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Russian Auctions Week in London

23/11/2016 00:00

Russian Auctions Week in London

THE 135th ANNIVERSARY OF ALEXANDER GERASIMOV

THE 135th ANNIVERSARY OF ALEXANDER GERASIMOV

The 135th Anniversary of Alexander Gerasimov


   This retrospective of Alexander Gerasimov organised by the State Historical Museum in collaboration with Leonid Shishkin Gallery is the largest exhibition of the artist’s works to be held in Moscow for 60 years. Over 90 canvases from the collections of the State Historical and Russian Museums, as well as hitherto unexhibited early works from nearly two dozen private collections in Russia and abroad, together shed new light on the artistic legacy of one of Soviet Russia’s best known and most respected artists.                                                              


A pupil of Korovin, Serov, Arkhipov and follower of Repin, Gerasimov produced a great many accomplished and genuinely artistic works following in their well-trodden footsteps, alongside fellow pupils and followers. Of his broad and varied output, visitors will see early landscapes from the 1910s, Parisian scenes from the 1930s, vivid watercolours painted in India and China in the 1950s and the sensitive still lifes he painted throughout his career and which have always been popular with collectors. Nevertheless, even within the field of Russian Impressionism, Gerasimov hardly occupied a leading position in Soviet figurative art. It was not for these paintings he was awarded People’s Artist of the USSR, Cavalier of the Order of Lenin, recipient of four State Stalin prizes and, in 1947, the first presidency of the newly founded Academy of Arts of the USSR.


After the Revolution, it was the artists of the avant-garde who professed to be “creators of the new style”: the abstractionists and manufacturers; the members of the Society of Easel Painters; the monumentalists of the Leningrad circle and many others. The pronouncement of this elusive goal accompanied the exhibitions of numerous artistic organisations. Because of the political agenda behind “the construction of the new man” it is the Socialist Realist canon of the 1930s to 1950s, specifically the version of Alexander Gerasimov, which has survived. Gerasimov was almost 50 when he painted Lenin at the Tribune (State Historical Museum) in 1930. Millions of copies of this canvas were reproduced for distribution throughout the USSR and it was to become a benchmark image for every artist, cinematographer and dramatist.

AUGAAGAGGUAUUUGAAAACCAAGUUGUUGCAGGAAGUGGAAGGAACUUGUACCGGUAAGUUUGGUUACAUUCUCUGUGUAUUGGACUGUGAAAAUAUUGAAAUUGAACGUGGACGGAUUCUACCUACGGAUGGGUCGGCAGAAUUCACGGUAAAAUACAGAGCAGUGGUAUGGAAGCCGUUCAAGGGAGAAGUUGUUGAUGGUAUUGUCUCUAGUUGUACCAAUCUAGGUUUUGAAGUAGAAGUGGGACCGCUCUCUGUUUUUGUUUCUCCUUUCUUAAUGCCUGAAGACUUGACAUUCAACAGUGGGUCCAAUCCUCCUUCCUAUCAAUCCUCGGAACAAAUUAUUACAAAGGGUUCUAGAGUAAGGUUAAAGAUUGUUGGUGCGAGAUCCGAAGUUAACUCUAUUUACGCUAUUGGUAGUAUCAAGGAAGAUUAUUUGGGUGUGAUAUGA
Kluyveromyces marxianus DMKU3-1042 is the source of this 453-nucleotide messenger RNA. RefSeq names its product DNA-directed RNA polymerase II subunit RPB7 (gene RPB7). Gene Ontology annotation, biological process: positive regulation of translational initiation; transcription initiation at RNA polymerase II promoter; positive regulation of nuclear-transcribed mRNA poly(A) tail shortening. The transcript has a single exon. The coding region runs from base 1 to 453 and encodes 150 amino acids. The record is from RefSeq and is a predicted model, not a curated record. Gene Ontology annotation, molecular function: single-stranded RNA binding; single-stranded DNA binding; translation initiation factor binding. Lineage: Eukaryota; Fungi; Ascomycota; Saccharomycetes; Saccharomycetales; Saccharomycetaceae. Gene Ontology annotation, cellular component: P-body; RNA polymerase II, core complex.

Endowed with a gift for capturing a likeness, which in 1903 had earned him a place at the Moscow Institute of Painting, Sculpture and Architecture without any formal training, Gerasimov found success in the 1930s and was made Stalin’s official portrait painter, co-creator of his cult. Given that portraits of the leader were distributed about the country in a mass of bills and reproductions, it was Gerasimov’s responsibility to represent Stalin in places he had never visited. Thus for many, namely Stalin, it was Gerasimov’s image which embodied that of the leader whose “happiness is the happiness of his people”.


At the Institute Gerasimov studied not only painting, but also architecture. Perhaps it was this interest and experience in both disciplines that enabled him to combine pictorial and monumental principles in his state-commissioned thematic paintings. Ultimately, it was this very quality which led his work to become a benchmark of the Stalinist style, an essential component of which was the influence of Moscow Impressionism.


That Gerasimov’s artistic gift, skill and creative temperament did not desert him in his last years is demonstrated by the colourful bacchanal of Polovtsian Dances (Private collection, Moscow), the large picture on which Gerasimov worked after Stalin’s death, once left to his own devices.


                        


Today, the exhibition of this work reveals the other Gerasimov. The sheer exuberance of the mature master’s palette can be seen as an attempt to repay old dues.


What would Gerasimov have been without Stalin? And what impression would Stalin’s image have made without Gerasimov? These are the questions the today’s visitor is bound to ask. Was his muse not crushed by the necessity of serving the leader or, on the contrary, did it find its calling and blossom in the sunshine of his favour? Whatever answer we arrive at must not forget respect for his talent and skill, the singularity of his biography and fate.


                                               


                                                 Exhibition catalogue is available 

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